THE average price tag on a home hit a new record high of £323,530 in October, according to property website Rightmove.
Asking house prices rose by 1.1% compared to September, and are now 5.5% higher than a year ago.The average house price hit a new record high of £323,530 in October, according to Zoopla
This marks the biggest rate of increase for more than four years, Rightmove said.
A temporary stamp duty holiday, available between July until March 31 next year, has helped boost the property market following coronavirus lockdown.
It’s positive news for sellers who can seize the opportunity to cash in, but buyers risk paying over the odds if the house price boom doesn’t last.
The price index by Righmove comes after house prices saw their biggest monthly rise in 16 years in August, according to Nationwide, and mortgage approvals reached their highest for 13 years.
House prices then rose again in September, up 0.9% on August and up 5% on the same month last year which was the biggest yearly rise since 2016.
Rightmove now predicts the annual rate of price growth could peak at around 7% before the end of this year.
Meanwhile, other experts believe the mini boom won’t last much longer, with some suggesting house prices could fall after October.
This is when the government’s furlough scheme is due to end, signalling an uncertain time for workers.
Hundreds of thousands of jobs are believed to be inline for redundancy once the financial support is pulled.
Currently, some sellers may also be getting too optimistic about what people will pay for their homes, according to Rightmove.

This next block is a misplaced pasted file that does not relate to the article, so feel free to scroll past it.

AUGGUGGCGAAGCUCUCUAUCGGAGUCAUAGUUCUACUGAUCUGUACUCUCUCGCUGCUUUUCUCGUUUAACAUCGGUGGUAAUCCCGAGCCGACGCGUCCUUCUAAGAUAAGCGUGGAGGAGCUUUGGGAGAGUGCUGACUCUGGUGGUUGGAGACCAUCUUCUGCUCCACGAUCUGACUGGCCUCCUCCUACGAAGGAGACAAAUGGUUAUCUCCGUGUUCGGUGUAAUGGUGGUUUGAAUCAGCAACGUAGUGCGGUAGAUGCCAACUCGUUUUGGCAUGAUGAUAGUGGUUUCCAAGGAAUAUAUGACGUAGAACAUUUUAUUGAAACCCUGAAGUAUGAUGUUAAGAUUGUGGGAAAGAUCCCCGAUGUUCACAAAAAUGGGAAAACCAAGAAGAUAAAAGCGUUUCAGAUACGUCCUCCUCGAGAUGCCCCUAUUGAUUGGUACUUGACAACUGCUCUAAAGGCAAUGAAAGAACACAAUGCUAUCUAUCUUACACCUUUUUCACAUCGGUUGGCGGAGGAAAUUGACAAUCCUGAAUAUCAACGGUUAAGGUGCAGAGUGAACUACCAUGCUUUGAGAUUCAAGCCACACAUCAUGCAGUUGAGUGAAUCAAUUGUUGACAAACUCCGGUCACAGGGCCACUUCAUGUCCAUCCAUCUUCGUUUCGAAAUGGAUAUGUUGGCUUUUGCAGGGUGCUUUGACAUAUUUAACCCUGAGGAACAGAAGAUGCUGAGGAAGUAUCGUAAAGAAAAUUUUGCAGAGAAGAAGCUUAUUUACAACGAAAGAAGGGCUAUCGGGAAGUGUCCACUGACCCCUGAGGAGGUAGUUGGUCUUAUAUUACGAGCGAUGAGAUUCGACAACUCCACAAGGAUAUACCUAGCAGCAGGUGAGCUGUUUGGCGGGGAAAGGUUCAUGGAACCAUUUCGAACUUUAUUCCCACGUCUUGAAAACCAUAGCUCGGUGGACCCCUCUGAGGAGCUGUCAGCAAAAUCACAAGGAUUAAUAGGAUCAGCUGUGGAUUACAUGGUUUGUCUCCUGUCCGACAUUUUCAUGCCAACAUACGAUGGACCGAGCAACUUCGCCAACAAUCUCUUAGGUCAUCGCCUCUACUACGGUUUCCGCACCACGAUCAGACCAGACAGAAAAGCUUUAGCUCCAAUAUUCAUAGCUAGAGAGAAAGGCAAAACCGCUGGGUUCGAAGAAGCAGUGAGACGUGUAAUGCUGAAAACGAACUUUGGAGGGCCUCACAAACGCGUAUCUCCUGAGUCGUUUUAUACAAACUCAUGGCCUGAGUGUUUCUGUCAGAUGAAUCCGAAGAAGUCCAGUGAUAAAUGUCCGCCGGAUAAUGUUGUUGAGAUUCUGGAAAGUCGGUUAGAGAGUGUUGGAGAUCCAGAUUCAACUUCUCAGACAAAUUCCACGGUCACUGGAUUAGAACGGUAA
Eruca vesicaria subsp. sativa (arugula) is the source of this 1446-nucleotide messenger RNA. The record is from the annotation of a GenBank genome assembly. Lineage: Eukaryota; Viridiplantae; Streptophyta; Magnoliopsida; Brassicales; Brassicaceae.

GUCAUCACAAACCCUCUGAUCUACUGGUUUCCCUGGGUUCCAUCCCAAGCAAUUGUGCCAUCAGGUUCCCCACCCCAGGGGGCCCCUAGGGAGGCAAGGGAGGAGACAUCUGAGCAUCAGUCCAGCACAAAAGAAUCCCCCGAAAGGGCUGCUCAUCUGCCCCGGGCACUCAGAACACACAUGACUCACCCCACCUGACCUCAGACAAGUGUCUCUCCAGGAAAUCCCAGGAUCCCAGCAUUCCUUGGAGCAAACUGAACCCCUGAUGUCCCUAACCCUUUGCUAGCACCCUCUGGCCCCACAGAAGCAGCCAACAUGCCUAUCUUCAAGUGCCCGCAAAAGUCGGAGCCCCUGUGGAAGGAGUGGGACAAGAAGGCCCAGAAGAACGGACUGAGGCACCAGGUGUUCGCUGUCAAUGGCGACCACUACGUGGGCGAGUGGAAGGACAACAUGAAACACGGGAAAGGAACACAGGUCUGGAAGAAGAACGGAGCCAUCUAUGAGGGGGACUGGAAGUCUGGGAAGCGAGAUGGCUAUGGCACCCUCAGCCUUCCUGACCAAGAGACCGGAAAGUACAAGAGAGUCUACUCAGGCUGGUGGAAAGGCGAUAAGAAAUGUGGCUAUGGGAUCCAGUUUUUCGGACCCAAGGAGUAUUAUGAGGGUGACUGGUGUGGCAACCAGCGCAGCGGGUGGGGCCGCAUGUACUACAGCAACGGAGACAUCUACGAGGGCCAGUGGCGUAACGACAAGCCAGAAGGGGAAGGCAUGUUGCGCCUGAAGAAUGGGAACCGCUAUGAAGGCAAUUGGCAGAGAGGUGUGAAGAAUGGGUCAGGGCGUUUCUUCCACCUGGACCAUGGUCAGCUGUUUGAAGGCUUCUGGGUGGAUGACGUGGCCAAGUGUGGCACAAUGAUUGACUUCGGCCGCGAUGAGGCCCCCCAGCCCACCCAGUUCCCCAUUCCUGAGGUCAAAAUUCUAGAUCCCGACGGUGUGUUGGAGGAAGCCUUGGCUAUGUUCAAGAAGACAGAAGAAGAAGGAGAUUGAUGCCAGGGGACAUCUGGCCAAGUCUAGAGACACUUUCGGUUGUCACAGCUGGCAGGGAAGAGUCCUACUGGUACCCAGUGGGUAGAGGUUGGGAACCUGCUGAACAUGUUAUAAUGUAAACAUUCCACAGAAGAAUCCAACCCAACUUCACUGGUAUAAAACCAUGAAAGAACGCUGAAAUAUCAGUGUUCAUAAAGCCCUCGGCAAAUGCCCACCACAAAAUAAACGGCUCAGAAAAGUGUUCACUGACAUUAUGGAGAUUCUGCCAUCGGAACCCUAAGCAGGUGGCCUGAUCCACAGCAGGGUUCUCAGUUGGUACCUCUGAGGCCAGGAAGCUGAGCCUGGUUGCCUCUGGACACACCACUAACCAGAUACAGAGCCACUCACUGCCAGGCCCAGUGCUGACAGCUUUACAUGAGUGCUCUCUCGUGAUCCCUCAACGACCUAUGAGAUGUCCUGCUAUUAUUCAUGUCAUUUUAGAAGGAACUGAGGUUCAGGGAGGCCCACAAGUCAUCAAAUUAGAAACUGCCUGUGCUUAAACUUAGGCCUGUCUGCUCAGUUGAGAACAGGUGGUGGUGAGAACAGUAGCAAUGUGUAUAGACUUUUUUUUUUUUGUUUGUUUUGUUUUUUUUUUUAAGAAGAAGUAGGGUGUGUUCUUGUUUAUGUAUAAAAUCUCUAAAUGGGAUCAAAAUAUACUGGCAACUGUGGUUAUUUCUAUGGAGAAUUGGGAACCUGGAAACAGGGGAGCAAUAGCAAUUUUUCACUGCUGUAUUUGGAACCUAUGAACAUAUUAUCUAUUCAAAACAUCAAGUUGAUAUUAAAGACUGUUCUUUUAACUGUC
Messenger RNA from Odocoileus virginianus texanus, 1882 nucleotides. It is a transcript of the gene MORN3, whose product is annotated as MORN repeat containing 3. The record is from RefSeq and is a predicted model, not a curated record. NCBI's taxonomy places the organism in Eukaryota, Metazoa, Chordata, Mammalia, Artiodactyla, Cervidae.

Tim Bannister, Rightmove’s director of property data, said: “Previous records are tumbling in this extraordinary market, and there are still some legs left in the upwards march of property prices.”
He added: “Many buyers seem willing to pay record prices for properties that fit their changed post-lockdown needs, though agents are commenting that some owners’ price expectations are now getting too optimistic.
“Not only is the time left to sell and legally complete before the March 31 stamp duty deadline being eaten away by the calendar, but more time is also needed because the sheer volume of sales is making it take longer for sales that have been agreed to complete the process.
“Sellers and their agents should therefore be wary of being too optimistic on their initial asking price, as whilst activity levels continue to amaze, there are some signs of momentum easing off from these unprecedented levels.”
Rightmove said that despite the effective market closure between late March and mid-May, 2% more sales have been agreed so far this year than in the same period in 2019.
The average time to sell a property is also at a new record of 50 days, which is 12 days faster than a year ago.
The number of active buyers contacting estate agents in September was 66% up on a year earlier, only marginally down on a peak of 67% higher in July.
Mr Bannister added: “With the number of buyers contacting agents still up by two-thirds on a year ago, there is plenty of fuel left in the tank to drive further activity in the run-up to Christmas and into next year.”
Meanwhile, Martin Robinson, director of estate agency Hunters, said: “We would normally see a slowing of the market as the nights draw in, but the appetite to take full advantage of the low interest rates and a stamp duty holiday means activity continues to grow.
“Demand is still outweighing supply, particularly for quality properties marketed at the right price, and we’re regularly experiencing sales going to best and final offers.
“We’re also seeing changes in the habits of the consumer, with many saying that there is no need to be on the doorstep of their workplace and are looking to move to a more rural or affordable location.”
Looking to buy or sell a home? Check out our guide on what’s next for house prices.